Wednesday, March 31, 2010
#447: Le Doulos
Like Veronika Voss, Melville's Le Doulos does not feel of its time, but instead seems stuck in the 1940s, maybe even in Los Angeles if the characters didn't insist on speaking French. The film isn't Melville's first noir, but it is the first film that he made that touches on the themes and elements that would be present in most of his future films (and masterpieces). It's an extremely entertaining film, first and foremost, and it's an easier viewing than Bob Le Flambeur, which is more of a moody character piece.
The movie is also deliberately misleading in its plot, and brings up the question of whether or not a director should lie to his audience. Even ignoring the subjective POV that is required to make the film's twist work, the plot developments here are impossibly convoluted, and would stretch believability if you stopped thinking for a minute that the movie was trying to resemble The Big Sleep or The Maltese Falcon more than reality. But, of course, no one would.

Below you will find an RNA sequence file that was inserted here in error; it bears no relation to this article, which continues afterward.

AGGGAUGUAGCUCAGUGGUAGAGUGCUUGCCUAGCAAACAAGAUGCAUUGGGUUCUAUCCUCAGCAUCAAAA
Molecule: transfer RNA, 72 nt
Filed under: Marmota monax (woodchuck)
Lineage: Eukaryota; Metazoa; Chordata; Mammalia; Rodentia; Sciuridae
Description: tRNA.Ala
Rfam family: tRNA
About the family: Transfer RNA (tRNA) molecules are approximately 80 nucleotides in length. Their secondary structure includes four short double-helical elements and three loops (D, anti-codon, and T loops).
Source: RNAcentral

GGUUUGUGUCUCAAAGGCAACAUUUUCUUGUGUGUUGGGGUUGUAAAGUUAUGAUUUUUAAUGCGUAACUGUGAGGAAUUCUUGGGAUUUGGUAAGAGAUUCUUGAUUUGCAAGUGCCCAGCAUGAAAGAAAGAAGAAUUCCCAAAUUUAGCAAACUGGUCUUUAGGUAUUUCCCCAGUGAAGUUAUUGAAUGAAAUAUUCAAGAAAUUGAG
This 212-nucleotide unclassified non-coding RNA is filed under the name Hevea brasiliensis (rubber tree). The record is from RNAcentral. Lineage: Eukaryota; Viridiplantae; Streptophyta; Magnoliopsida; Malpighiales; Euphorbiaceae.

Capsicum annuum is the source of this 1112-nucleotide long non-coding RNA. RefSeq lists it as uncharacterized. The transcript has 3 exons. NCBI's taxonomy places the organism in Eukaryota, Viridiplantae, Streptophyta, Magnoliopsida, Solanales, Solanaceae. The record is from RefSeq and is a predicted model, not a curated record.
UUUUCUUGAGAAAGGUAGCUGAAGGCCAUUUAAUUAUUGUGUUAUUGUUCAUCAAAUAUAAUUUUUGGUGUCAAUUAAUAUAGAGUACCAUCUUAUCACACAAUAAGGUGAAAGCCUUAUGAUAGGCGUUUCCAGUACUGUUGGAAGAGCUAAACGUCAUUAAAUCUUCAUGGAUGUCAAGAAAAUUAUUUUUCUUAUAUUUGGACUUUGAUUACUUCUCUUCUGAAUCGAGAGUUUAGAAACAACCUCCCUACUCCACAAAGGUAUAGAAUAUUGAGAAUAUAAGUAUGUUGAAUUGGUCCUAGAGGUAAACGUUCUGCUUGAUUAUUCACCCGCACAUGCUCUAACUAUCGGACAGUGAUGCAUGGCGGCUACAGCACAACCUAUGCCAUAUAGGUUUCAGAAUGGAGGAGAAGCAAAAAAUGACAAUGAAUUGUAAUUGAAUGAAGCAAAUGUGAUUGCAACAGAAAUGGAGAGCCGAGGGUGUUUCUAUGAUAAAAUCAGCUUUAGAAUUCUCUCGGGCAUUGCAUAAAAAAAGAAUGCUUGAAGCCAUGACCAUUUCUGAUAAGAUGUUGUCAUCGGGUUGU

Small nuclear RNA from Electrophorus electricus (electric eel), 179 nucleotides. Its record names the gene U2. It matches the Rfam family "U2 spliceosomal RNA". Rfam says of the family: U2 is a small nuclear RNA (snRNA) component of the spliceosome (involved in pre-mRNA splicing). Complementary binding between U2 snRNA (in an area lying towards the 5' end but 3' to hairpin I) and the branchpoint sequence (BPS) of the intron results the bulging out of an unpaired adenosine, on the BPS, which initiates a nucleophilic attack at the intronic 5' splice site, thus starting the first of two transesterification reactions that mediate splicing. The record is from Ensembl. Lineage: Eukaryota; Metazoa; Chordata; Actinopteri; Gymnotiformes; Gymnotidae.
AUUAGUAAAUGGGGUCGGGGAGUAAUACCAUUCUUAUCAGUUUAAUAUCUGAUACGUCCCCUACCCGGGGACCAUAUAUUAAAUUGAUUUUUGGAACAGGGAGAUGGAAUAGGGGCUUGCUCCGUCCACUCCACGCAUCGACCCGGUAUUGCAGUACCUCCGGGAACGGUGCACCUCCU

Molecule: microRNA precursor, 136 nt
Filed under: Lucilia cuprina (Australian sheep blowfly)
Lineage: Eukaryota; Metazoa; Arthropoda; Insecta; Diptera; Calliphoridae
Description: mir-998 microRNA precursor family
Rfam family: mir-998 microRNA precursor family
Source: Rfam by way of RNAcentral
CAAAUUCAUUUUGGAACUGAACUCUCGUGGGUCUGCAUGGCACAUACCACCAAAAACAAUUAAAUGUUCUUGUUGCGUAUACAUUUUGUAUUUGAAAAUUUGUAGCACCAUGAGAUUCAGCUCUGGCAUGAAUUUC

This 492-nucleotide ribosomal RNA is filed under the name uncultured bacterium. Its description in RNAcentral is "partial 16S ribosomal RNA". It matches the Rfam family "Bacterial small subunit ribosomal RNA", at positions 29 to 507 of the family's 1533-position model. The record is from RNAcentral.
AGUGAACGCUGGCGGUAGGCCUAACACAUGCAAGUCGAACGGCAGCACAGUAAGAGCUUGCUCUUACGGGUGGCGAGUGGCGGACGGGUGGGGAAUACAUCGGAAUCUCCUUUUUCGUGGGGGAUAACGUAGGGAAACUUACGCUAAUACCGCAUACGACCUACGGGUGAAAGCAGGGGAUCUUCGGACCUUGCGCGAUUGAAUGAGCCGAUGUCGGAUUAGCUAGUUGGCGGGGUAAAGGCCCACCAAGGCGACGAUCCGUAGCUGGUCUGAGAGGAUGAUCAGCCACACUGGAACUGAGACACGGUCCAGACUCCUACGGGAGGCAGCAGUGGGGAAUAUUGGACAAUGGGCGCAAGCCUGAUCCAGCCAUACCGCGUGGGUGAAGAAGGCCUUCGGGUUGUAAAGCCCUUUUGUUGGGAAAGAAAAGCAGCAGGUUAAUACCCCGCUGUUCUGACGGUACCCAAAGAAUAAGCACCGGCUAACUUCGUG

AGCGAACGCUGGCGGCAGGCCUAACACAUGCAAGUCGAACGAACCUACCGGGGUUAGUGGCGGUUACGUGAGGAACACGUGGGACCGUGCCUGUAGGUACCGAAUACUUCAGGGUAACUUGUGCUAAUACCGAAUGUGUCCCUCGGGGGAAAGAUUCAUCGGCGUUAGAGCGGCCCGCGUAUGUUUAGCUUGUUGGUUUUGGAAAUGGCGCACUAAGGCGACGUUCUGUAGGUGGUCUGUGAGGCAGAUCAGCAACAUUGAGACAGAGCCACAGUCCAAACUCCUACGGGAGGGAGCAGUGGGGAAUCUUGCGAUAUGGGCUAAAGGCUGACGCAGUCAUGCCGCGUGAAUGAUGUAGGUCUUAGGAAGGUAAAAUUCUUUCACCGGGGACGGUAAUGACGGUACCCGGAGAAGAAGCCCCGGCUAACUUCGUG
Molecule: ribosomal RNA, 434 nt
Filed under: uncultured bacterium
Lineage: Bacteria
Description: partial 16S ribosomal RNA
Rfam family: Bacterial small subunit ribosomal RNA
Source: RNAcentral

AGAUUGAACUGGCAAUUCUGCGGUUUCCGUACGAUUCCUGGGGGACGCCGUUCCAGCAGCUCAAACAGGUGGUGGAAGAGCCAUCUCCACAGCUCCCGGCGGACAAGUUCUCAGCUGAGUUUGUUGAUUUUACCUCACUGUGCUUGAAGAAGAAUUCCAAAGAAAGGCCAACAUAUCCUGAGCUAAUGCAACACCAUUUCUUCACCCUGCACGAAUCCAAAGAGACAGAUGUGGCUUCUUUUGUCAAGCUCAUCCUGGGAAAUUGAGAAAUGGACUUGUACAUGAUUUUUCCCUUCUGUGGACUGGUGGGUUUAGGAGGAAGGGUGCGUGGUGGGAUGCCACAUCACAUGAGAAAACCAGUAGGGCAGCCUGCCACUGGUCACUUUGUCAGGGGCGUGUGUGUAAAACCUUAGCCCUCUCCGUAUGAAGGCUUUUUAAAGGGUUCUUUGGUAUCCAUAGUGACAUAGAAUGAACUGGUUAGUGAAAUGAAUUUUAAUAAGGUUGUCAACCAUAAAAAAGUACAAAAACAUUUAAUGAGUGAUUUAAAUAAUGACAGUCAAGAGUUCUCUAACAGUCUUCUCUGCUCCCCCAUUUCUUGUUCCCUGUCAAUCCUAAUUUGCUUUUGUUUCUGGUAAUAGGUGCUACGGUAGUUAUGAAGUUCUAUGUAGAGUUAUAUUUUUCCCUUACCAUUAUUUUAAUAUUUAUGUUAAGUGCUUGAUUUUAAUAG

Over the course of this project, I have found renewed love in the films of Melville and Clouzot. While their films are similar, the difference lies in their attitude towards both their material and their audience. Clouzot was constantly focused on making his work entertaining and intriguing, like a puzzle. Neither director had much concern for reality, but Clouzot turned to cinema as a technique rather than a medium. Melville, on the other hand, was one of those first masters that drew on his love of film inherent to the artform, turning his films back on themselves until the only thing left was cinema itself. Both have their appeal (and their disciples) but Clouzot's work seems to stand on its own, defiant, while Melville's greatest films (with the clear exception of Army of Shadows) would have no meaning outside of the context of the gangster pictures that came before and after them. For this reason, they seem more fulfilling, even if (as in this case) they don't always measure up to Clouzot's best.